Elderly People’s Warden

Elderly people's wardens are known in some local authorities as residential wardens and unit managers.  Following the Community Care Act and the importance given to enabling elderly people to live independent lives, councils run sheltered housing complexes.  These enable elderly people to have their own flats or bungalows without having to worry about maintenance and repairs.  They also benefit from common facilities if they wish - such as a residents' lounge, entertainment and activities.  Most importantly, they have a resident warden to help them with any problems.  Elderly people's wardens (EP wardens) work for district/borough and unitary councils.

Work Environment
The warden works in a small office - or often from his or her own flat or house within the complex.  Hours are usually 37 a week Monday to Friday.  At weekends calls for assistance are switched through to central control units where operators will contact doctors, repair personnel, etc, or can send out a 'mobile warden' if necessary.   In some councils, wardens may be required to be on call 24 hours a day during the week.  If they plan to go out for a long period they inform central control staff who will take over as at weekends.

Daily Activities
Wardens start their day at about 8.00am by telephoning every resident to ask if they need anything.  Some of them will have 'care packages', planned by Social Services, under which home carers come to assist them with getting up and dressing.  If a carer has not arrived for some reason, the warden will phone to arrange for a replacement - or if the resident is in distress, he or she may go to assist personally.  They usually visit anyone they know is ill.

From about 10.00am, the day can be either hectic or quiet.  The warden may have to contact doctors, social workers, community nurses, voluntary groups or relatives.  If a resident is admitted to hospital the warden rings their relatives to inform them.  If someone dies, they have to contact relatives and break the news.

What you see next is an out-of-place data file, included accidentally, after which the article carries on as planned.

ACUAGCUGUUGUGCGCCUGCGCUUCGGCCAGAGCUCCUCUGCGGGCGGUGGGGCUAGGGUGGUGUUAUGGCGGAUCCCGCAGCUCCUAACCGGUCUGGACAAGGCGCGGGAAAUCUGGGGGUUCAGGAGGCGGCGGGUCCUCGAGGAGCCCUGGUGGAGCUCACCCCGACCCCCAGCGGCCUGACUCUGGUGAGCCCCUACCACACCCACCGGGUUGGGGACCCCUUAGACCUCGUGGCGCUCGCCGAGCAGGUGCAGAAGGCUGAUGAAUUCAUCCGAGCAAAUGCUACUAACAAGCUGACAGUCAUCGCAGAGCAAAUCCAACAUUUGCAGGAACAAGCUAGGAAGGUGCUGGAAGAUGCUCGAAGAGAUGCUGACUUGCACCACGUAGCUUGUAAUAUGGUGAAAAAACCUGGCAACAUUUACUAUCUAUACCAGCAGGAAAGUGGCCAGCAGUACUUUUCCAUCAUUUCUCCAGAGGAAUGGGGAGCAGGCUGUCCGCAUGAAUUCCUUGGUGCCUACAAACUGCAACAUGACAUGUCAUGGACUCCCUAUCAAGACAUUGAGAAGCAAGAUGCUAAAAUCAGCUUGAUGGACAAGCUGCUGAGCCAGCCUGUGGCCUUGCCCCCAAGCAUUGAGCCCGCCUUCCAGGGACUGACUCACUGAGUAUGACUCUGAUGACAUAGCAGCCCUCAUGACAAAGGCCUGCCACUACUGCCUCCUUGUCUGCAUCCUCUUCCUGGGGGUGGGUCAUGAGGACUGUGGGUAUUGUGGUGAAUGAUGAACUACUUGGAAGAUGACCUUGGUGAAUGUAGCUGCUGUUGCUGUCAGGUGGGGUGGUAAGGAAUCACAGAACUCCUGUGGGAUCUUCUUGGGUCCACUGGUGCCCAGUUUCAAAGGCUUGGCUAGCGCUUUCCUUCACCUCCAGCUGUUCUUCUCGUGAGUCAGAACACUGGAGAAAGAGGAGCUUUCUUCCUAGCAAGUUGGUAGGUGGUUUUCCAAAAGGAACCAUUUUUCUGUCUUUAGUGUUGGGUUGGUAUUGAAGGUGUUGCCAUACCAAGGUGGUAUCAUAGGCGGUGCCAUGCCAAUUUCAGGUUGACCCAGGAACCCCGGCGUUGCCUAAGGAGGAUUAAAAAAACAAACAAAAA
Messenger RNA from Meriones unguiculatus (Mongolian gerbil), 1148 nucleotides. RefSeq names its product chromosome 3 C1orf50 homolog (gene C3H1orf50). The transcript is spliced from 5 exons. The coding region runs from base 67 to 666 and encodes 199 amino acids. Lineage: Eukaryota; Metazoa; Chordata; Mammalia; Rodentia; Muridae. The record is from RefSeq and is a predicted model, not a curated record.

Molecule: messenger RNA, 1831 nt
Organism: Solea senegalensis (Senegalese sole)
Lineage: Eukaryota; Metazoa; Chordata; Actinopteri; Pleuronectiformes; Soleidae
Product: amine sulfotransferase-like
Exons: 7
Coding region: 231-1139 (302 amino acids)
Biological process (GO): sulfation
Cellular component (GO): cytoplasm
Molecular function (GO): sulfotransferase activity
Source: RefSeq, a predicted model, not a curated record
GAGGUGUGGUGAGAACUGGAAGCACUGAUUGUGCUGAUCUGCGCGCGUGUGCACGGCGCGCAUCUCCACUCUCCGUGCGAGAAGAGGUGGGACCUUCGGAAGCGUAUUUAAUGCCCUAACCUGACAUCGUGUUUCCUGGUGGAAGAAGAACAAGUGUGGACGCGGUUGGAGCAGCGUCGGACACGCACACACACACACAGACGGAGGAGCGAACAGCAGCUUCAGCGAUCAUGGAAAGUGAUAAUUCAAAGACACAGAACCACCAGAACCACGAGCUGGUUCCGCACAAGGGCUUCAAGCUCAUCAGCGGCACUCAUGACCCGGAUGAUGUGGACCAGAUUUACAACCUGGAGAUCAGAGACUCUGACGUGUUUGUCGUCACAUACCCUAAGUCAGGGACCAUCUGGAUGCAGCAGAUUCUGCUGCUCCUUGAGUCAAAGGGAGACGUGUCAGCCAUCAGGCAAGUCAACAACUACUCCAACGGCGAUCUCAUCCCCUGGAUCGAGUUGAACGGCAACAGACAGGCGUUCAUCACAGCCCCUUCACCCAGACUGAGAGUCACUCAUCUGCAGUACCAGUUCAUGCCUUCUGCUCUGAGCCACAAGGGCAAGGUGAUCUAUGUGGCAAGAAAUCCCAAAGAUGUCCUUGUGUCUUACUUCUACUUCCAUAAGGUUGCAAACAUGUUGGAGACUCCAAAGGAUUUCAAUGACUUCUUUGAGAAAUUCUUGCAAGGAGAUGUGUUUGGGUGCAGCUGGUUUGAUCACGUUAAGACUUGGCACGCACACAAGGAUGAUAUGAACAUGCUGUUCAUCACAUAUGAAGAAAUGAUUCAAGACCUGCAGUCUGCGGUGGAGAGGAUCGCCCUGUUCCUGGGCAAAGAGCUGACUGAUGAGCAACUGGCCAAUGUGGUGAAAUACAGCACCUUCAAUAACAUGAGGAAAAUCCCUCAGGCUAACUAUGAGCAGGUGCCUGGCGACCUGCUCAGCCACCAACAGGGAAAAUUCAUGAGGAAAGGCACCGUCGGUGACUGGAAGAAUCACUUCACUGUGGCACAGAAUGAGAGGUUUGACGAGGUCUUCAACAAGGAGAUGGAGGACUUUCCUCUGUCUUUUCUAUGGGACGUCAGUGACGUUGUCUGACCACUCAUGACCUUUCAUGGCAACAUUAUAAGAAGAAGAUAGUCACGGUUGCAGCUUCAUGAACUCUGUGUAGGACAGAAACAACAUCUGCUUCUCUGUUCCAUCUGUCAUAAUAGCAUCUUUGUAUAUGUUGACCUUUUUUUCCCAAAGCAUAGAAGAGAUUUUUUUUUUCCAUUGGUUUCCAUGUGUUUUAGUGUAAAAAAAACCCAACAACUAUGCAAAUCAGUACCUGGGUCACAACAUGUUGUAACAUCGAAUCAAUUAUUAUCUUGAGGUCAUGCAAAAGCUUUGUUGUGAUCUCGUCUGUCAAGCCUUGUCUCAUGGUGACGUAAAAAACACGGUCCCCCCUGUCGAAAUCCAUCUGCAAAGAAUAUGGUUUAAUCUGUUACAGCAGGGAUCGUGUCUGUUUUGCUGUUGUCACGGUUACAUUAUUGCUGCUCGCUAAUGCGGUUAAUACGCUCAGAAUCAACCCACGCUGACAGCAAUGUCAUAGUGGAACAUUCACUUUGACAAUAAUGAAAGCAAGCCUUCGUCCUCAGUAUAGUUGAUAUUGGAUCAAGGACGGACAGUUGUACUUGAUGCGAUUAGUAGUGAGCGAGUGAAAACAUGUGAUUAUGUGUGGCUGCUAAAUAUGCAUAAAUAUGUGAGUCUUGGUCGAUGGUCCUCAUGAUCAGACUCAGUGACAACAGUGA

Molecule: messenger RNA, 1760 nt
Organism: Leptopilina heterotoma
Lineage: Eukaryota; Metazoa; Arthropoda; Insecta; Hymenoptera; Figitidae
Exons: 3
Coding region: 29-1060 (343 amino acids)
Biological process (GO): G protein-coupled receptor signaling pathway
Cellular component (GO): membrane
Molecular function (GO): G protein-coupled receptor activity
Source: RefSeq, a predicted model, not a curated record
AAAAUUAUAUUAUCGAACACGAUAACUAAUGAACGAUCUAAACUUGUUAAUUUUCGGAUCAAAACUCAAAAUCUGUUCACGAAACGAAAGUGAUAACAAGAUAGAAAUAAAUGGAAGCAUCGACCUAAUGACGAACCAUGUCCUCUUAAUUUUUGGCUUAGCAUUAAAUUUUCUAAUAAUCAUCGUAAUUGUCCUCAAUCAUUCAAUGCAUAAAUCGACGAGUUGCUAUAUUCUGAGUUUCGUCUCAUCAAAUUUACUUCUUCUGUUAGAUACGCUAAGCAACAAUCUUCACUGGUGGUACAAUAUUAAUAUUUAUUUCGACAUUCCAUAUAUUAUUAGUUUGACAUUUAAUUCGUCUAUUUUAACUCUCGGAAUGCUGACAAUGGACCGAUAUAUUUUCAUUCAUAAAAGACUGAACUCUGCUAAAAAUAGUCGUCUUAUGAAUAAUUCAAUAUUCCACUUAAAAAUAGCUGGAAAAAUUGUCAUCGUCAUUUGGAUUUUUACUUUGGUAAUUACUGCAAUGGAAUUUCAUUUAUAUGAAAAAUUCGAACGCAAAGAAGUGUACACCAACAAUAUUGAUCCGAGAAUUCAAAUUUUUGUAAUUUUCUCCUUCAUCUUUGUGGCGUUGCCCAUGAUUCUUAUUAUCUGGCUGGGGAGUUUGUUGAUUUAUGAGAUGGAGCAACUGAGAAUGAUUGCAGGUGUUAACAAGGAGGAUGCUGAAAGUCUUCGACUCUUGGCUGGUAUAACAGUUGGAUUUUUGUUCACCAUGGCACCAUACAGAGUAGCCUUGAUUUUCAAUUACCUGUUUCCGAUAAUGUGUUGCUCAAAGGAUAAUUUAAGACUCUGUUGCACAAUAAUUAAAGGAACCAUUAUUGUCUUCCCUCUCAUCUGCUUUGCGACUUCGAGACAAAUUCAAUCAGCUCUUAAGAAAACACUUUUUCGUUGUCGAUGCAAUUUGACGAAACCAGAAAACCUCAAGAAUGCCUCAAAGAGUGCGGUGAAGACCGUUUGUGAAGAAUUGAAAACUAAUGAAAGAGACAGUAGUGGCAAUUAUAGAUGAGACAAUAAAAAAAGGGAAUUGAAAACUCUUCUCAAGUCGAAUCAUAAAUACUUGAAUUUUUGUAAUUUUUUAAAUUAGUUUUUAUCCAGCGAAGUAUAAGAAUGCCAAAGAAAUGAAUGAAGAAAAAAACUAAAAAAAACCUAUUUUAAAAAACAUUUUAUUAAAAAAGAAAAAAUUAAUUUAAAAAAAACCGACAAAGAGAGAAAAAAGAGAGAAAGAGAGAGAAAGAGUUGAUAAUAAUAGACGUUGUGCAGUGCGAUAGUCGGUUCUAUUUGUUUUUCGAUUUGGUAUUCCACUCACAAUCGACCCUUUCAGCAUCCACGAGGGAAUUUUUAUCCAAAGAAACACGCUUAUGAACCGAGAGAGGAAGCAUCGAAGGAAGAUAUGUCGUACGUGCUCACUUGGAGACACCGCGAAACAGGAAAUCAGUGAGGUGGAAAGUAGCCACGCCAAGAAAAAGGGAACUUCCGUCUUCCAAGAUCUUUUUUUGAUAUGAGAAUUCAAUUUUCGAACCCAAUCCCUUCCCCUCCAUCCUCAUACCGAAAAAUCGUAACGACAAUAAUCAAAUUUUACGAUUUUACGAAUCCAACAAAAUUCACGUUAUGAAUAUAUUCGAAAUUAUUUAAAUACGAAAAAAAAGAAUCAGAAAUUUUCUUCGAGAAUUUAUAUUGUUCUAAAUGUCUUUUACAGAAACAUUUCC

During the day, wardens usually serve coffee and tea at set times in the residents' lounge.  Several times a month they may arrange lunch clubs - which can be open to elderly people living elsewhere in the neighbourhood and organise activities like bingo, whist or talks by speakers.  Some social activities may be run by volunteers with the warden's agreement.

At any time they may have to arrange for repairs to flats or to communal rooms.  They contact the council to make the arrangements and sign for the work when it is finished.  They also regularly test fire alarms and emergency pull cords.  They usually supervise the cleaners - or may do some cleaning duties themselves.  Wardens also keep and update details of resident's next of kin and family doctor and record visits by doctors.

Skills & Interests
Elderly people's wardens must be:

  • caring and sensitive;
  • able to switch off from the job when not on duty;
  • able to tread the difficult balance between allowing their clients as much independence as possible and avoiding problems;
  • able to react with a cool head.  They might for instance use their emergency key to enter a resident's flat and find that the person has died;
  • persistent and able to argue the case for a resident's entitlement to care.

A sense of humour is definitely an advantage!

Entry Requirements
There are no minimum educational requirements.  Personal qualities are more important.  Previous experience of work in a caring environment is required. Wardens often have backgrounds as care assistants or in residential social work. Having qualifications such as S/NVQs in Social Care may be an advantage when applying for a post.  Training is provided by individual councils, supplemented by attendance on short courses.  Wardens will normally be expected to obtain - and renew at stipulated intervals - certificates in health and hygiene, moving and handling and first aid.  In some areas local colleges offer courses leading to a Certificate or National Certificate 'Wardens for Sheltered Housing'.

Future Prospects & Opportunities
This is a career area with increasing opportunities.  More and more sheltered housing units are being constructed.

Further Information & Services
Care Council for Wales www.ccwales.org.uk
Community Service Volunteers www.csv.org.uk/socialhealthcare
Health & Care Professions Council www.hpc-uk.org

You may find further information about this area of work through Careers Wales (www.careerswales.com/) or in your local library, careers office or school careers library.

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